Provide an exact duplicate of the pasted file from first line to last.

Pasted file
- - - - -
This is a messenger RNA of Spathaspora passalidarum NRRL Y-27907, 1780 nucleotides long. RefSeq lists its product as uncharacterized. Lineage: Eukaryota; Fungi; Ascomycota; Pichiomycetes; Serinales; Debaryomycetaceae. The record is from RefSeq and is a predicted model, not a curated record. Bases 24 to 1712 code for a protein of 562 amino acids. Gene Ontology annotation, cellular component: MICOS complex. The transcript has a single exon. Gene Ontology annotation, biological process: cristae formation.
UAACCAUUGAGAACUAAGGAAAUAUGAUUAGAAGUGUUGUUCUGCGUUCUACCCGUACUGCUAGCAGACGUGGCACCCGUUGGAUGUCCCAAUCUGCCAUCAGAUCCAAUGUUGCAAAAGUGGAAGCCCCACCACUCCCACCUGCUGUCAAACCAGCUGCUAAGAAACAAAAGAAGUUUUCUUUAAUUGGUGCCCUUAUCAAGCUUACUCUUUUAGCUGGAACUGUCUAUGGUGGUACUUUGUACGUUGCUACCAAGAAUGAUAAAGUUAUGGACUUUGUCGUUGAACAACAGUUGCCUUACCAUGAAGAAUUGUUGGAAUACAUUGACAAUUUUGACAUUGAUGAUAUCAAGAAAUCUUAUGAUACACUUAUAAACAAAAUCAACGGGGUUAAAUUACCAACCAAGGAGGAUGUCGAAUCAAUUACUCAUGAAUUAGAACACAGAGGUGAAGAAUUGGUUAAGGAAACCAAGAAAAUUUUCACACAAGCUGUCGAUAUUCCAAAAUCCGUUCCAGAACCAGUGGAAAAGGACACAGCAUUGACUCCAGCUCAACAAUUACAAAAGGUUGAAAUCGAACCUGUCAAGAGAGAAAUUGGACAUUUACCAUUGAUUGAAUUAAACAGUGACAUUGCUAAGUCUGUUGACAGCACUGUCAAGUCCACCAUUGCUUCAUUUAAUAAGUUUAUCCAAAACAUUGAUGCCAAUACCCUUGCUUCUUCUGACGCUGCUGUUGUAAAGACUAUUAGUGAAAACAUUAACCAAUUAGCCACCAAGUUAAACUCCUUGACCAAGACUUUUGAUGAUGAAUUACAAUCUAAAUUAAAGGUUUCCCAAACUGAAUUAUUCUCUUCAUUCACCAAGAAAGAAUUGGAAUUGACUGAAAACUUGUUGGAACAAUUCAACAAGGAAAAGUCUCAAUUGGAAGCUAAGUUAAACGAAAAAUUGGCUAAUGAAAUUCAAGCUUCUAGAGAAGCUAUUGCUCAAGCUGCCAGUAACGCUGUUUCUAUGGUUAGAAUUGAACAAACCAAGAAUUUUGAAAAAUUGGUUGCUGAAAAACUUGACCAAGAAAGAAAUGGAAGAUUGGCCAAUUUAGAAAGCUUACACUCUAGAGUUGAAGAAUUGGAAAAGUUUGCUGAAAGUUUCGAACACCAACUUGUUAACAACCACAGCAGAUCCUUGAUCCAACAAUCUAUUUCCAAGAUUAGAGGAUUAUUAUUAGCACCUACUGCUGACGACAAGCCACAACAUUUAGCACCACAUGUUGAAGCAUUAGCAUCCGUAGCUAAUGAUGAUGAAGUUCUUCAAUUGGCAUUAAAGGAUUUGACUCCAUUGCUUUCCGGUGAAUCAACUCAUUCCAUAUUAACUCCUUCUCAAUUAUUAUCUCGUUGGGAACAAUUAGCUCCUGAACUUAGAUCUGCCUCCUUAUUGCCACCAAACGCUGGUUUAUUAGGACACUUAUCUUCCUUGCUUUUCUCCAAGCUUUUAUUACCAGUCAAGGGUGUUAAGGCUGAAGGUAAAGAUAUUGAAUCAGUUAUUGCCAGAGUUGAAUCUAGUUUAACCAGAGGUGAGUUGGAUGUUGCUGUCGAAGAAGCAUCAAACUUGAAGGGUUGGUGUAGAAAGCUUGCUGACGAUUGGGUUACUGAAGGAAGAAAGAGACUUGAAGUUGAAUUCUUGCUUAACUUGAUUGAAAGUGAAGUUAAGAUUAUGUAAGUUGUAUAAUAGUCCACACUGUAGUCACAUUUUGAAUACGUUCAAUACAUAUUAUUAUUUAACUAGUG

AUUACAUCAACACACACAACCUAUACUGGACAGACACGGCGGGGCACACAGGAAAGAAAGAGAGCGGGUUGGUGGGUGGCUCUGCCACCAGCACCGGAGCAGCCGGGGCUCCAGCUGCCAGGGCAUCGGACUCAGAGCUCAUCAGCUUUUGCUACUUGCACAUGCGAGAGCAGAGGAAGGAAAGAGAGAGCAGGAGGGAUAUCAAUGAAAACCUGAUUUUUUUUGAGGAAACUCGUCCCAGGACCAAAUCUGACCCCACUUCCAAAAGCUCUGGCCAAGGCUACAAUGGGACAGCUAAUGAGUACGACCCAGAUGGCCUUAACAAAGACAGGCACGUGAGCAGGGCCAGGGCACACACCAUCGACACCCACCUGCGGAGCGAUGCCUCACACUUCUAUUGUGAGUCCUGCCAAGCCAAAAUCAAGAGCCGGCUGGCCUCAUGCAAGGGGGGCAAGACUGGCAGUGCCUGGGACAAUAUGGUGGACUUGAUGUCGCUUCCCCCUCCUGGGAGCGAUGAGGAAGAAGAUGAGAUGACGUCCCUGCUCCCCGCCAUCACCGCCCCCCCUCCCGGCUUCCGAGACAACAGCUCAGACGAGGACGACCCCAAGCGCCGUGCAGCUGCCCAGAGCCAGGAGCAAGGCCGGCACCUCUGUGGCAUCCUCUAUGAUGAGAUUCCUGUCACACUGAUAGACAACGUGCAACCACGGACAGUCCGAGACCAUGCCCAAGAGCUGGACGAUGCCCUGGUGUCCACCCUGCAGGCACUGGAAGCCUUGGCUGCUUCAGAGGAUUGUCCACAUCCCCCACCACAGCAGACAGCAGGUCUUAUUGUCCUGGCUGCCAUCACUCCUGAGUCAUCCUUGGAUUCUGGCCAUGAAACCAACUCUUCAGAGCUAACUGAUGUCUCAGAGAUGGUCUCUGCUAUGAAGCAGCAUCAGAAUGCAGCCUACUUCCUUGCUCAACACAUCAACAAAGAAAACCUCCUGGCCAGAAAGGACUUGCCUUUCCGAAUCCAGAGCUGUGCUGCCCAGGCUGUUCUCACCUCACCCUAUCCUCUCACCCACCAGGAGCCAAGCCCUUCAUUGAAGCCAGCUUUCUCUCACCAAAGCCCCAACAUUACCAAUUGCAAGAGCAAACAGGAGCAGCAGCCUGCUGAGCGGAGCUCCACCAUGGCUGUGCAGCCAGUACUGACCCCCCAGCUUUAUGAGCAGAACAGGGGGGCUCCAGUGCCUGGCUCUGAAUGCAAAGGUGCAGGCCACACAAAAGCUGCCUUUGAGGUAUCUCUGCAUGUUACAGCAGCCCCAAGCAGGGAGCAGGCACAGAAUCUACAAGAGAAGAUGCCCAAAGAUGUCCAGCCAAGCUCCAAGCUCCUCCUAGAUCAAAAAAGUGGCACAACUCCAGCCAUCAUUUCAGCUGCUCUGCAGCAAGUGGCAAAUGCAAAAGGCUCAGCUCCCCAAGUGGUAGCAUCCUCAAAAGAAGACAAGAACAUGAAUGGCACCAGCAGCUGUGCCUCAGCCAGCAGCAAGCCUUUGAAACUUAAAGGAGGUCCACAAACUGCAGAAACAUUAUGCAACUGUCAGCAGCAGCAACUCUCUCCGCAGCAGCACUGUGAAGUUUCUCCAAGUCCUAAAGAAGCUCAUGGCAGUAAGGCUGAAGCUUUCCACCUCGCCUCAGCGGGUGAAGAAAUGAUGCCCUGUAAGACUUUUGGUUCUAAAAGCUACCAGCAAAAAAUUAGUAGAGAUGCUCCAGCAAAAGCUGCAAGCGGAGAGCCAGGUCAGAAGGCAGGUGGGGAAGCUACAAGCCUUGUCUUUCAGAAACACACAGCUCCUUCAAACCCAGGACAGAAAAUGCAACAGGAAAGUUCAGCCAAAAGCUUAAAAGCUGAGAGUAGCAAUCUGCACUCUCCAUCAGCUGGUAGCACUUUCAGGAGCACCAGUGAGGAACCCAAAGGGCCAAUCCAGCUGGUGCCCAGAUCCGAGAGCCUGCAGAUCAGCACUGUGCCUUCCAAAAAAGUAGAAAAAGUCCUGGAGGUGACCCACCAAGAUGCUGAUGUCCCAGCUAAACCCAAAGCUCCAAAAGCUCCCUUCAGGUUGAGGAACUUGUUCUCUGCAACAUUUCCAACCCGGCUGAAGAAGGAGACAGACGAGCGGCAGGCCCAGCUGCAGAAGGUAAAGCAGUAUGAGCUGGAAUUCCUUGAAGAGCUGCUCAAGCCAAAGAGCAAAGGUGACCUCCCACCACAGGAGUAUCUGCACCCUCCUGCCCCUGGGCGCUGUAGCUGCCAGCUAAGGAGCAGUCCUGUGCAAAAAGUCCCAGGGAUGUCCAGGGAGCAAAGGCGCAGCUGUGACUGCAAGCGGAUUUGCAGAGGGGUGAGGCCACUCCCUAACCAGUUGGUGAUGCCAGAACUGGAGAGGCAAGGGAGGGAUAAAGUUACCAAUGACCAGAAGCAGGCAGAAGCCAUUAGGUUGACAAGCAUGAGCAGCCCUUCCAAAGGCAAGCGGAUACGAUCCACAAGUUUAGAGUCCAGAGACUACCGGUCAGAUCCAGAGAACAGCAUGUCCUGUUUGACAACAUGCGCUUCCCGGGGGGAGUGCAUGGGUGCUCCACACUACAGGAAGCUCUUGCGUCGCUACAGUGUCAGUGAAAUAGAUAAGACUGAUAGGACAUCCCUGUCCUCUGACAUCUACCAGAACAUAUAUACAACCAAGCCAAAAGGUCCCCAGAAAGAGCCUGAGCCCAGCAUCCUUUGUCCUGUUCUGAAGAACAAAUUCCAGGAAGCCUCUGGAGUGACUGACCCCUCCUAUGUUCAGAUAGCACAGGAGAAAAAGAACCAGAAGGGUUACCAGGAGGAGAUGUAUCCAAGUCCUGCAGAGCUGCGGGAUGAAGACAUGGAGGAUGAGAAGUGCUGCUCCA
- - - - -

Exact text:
This is a messenger RNA of Spathaspora passalidarum NRRL Y-27907, 1780 nucleotides long. RefSeq lists its product as uncharacterized. Lineage: Eukaryota; Fungi; Ascomycota; Pichiomycetes; Serinales; Debaryomycetaceae. The record is from RefSeq and is a predicted model, not a curated record. Bases 24 to 1712 code for a protein of 562 amino acids. Gene Ontology annotation, cellular component: MICOS complex. The transcript has a single exon. Gene Ontology annotation, biological process: cristae formation.
UAACCAUUGAGAACUAAGGAAAUAUGAUUAGAAGUGUUGUUCUGCGUUCUACCCGUACUGCUAGCAGACGUGGCACCCGUUGGAUGUCCCAAUCUGCCAUCAGAUCCAAUGUUGCAAAAGUGGAAGCCCCACCACUCCCACCUGCUGUCAAACCAGCUGCUAAGAAACAAAAGAAGUUUUCUUUAAUUGGUGCCCUUAUCAAGCUUACUCUUUUAGCUGGAACUGUCUAUGGUGGUACUUUGUACGUUGCUACCAAGAAUGAUAAAGUUAUGGACUUUGUCGUUGAACAACAGUUGCCUUACCAUGAAGAAUUGUUGGAAUACAUUGACAAUUUUGACAUUGAUGAUAUCAAGAAAUCUUAUGAUACACUUAUAAACAAAAUCAACGGGGUUAAAUUACCAACCAAGGAGGAUGUCGAAUCAAUUACUCAUGAAUUAGAACACAGAGGUGAAGAAUUGGUUAAGGAAACCAAGAAAAUUUUCACACAAGCUGUCGAUAUUCCAAAAUCCGUUCCAGAACCAGUGGAAAAGGACACAGCAUUGACUCCAGCUCAACAAUUACAAAAGGUUGAAAUCGAACCUGUCAAGAGAGAAAUUGGACAUUUACCAUUGAUUGAAUUAAACAGUGACAUUGCUAAGUCUGUUGACAGCACUGUCAAGUCCACCAUUGCUUCAUUUAAUAAGUUUAUCCAAAACAUUGAUGCCAAUACCCUUGCUUCUUCUGACGCUGCUGUUGUAAAGACUAUUAGUGAAAACAUUAACCAAUUAGCCACCAAGUUAAACUCCUUGACCAAGACUUUUGAUGAUGAAUUACAAUCUAAAUUAAAGGUUUCCCAAACUGAAUUAUUCUCUUCAUUCACCAAGAAAGAAUUGGAAUUGACUGAAAACUUGUUGGAACAAUUCAACAAGGAAAAGUCUCAAUUGGAAGCUAAGUUAAACGAAAAAUUGGCUAAUGAAAUUCAAGCUUCUAGAGAAGCUAUUGCUCAAGCUGCCAGUAACGCUGUUUCUAUGGUUAGAAUUGAACAAACCAAGAAUUUUGAAAAAUUGGUUGCUGAAAAACUUGACCAAGAAAGAAAUGGAAGAUUGGCCAAUUUAGAAAGCUUACACUCUAGAGUUGAAGAAUUGGAAAAGUUUGCUGAAAGUUUCGAACACCAACUUGUUAACAACCACAGCAGAUCCUUGAUCCAACAAUCUAUUUCCAAGAUUAGAGGAUUAUUAUUAGCACCUACUGCUGACGACAAGCCACAACAUUUAGCACCACAUGUUGAAGCAUUAGCAUCCGUAGCUAAUGAUGAUGAAGUUCUUCAAUUGGCAUUAAAGGAUUUGACUCCAUUGCUUUCCGGUGAAUCAACUCAUUCCAUAUUAACUCCUUCUCAAUUAUUAUCUCGUUGGGAACAAUUAGCUCCUGAACUUAGAUCUGCCUCCUUAUUGCCACCAAACGCUGGUUUAUUAGGACACUUAUCUUCCUUGCUUUUCUCCAAGCUUUUAUUACCAGUCAAGGGUGUUAAGGCUGAAGGUAAAGAUAUUGAAUCAGUUAUUGCCAGAGUUGAAUCUAGUUUAACCAGAGGUGAGUUGGAUGUUGCUGUCGAAGAAGCAUCAAACUUGAAGGGUUGGUGUAGAAAGCUUGCUGACGAUUGGGUUACUGAAGGAAGAAAGAGACUUGAAGUUGAAUUCUUGCUUAACUUGAUUGAAAGUGAAGUUAAGAUUAUGUAAGUUGUAUAAUAGUCCACACUGUAGUCACAUUUUGAAUACGUUCAAUACAUAUUAUUAUUUAACUAGUG

AUUACAUCAACACACACAACCUAUACUGGACAGACACGGCGGGGCACACAGGAAAGAAAGAGAGCGGGUUGGUGGGUGGCUCUGCCACCAGCACCGGAGCAGCCGGGGCUCCAGCUGCCAGGGCAUCGGACUCAGAGCUCAUCAGCUUUUGCUACUUGCACAUGCGAGAGCAGAGGAAGGAAAGAGAGAGCAGGAGGGAUAUCAAUGAAAACCUGAUUUUUUUUGAGGAAACUCGUCCCAGGACCAAAUCUGACCCCACUUCCAAAAGCUCUGGCCAAGGCUACAAUGGGACAGCUAAUGAGUACGACCCAGAUGGCCUUAACAAAGACAGGCACGUGAGCAGGGCCAGGGCACACACCAUCGACACCCACCUGCGGAGCGAUGCCUCACACUUCUAUUGUGAGUCCUGCCAAGCCAAAAUCAAGAGCCGGCUGGCCUCAUGCAAGGGGGGCAAGACUGGCAGUGCCUGGGACAAUAUGGUGGACUUGAUGUCGCUUCCCCCUCCUGGGAGCGAUGAGGAAGAAGAUGAGAUGACGUCCCUGCUCCCCGCCAUCACCGCCCCCCCUCCCGGCUUCCGAGACAACAGCUCAGACGAGGACGACCCCAAGCGCCGUGCAGCUGCCCAGAGCCAGGAGCAAGGCCGGCACCUCUGUGGCAUCCUCUAUGAUGAGAUUCCUGUCACACUGAUAGACAACGUGCAACCACGGACAGUCCGAGACCAUGCCCAAGAGCUGGACGAUGCCCUGGUGUCCACCCUGCAGGCACUGGAAGCCUUGGCUGCUUCAGAGGAUUGUCCACAUCCCCCACCACAGCAGACAGCAGGUCUUAUUGUCCUGGCUGCCAUCACUCCUGAGUCAUCCUUGGAUUCUGGCCAUGAAACCAACUCUUCAGAGCUAACUGAUGUCUCAGAGAUGGUCUCUGCUAUGAAGCAGCAUCAGAAUGCAGCCUACUUCCUUGCUCAACACAUCAACAAAGAAAACCUCCUGGCCAGAAAGGACUUGCCUUUCCGAAUCCAGAGCUGUGCUGCCCAGGCUGUUCUCACCUCACCCUAUCCUCUCACCCACCAGGAGCCAAGCCCUUCAUUGAAGCCAGCUUUCUCUCACCAAAGCCCCAACAUUACCAAUUGCAAGAGCAAACAGGAGCAGCAGCCUGCUGAGCGGAGCUCCACCAUGGCUGUGCAGCCAGUACUGACCCCCCAGCUUUAUGAGCAGAACAGGGGGGCUCCAGUGCCUGGCUCUGAAUGCAAAGGUGCAGGCCACACAAAAGCUGCCUUUGAGGUAUCUCUGCAUGUUACAGCAGCCCCAAGCAGGGAGCAGGCACAGAAUCUACAAGAGAAGAUGCCCAAAGAUGUCCAGCCAAGCUCCAAGCUCCUCCUAGAUCAAAAAAGUGGCACAACUCCAGCCAUCAUUUCAGCUGCUCUGCAGCAAGUGGCAAAUGCAAAAGGCUCAGCUCCCCAAGUGGUAGCAUCCUCAAAAGAAGACAAGAACAUGAAUGGCACCAGCAGCUGUGCCUCAGCCAGCAGCAAGCCUUUGAAACUUAAAGGAGGUCCACAAACUGCAGAAACAUUAUGCAACUGUCAGCAGCAGCAACUCUCUCCGCAGCAGCACUGUGAAGUUUCUCCAAGUCCUAAAGAAGCUCAUGGCAGUAAGGCUGAAGCUUUCCACCUCGCCUCAGCGGGUGAAGAAAUGAUGCCCUGUAAGACUUUUGGUUCUAAAAGCUACCAGCAAAAAAUUAGUAGAGAUGCUCCAGCAAAAGCUGCAAGCGGAGAGCCAGGUCAGAAGGCAGGUGGGGAAGCUACAAGCCUUGUCUUUCAGAAACACACAGCUCCUUCAAACCCAGGACAGAAAAUGCAACAGGAAAGUUCAGCCAAAAGCUUAAAAGCUGAGAGUAGCAAUCUGCACUCUCCAUCAGCUGGUAGCACUUUCAGGAGCACCAGUGAGGAACCCAAAGGGCCAAUCCAGCUGGUGCCCAGAUCCGAGAGCCUGCAGAUCAGCACUGUGCCUUCCAAAAAAGUAGAAAAAGUCCUGGAGGUGACCCACCAAGAUGCUGAUGUCCCAGCUAAACCCAAAGCUCCAAAAGCUCCCUUCAGGUUGAGGAACUUGUUCUCUGCAACAUUUCCAACCCGGCUGAAGAAGGAGACAGACGAGCGGCAGGCCCAGCUGCAGAAGGUAAAGCAGUAUGAGCUGGAAUUCCUUGAAGAGCUGCUCAAGCCAAAGAGCAAAGGUGACCUCCCACCACAGGAGUAUCUGCACCCUCCUGCCCCUGGGCGCUGUAGCUGCCAGCUAAGGAGCAGUCCUGUGCAAAAAGUCCCAGGGAUGUCCAGGGAGCAAAGGCGCAGCUGUGACUGCAAGCGGAUUUGCAGAGGGGUGAGGCCACUCCCUAACCAGUUGGUGAUGCCAGAACUGGAGAGGCAAGGGAGGGAUAAAGUUACCAAUGACCAGAAGCAGGCAGAAGCCAUUAGGUUGACAAGCAUGAGCAGCCCUUCCAAAGGCAAGCGGAUACGAUCCACAAGUUUAGAGUCCAGAGACUACCGGUCAGAUCCAGAGAACAGCAUGUCCUGUUUGACAACAUGCGCUUCCCGGGGGGAGUGCAUGGGUGCUCCACACUACAGGAAGCUCUUGCGUCGCUACAGUGUCAGUGAAAUAGAUAAGACUGAUAGGACAUCCCUGUCCUCUGACAUCUACCAGAACAUAUAUACAACCAAGCCAAAAGGUCCCCAGAAAGAGCCUGAGCCCAGCAUCCUUUGUCCUGUUCUGAAGAACAAAUUCCAGGAAGCCUCUGGAGUGACUGACCCCUCCUAUGUUCAGAUAGCACAGGAGAAAAAGAACCAGAAGGGUUACCAGGAGGAGAUGUAUCCAAGUCCUGCAGAGCUGCGGGAUGAAGACAUGGAGGAUGAGAAGUGCUGCUCCA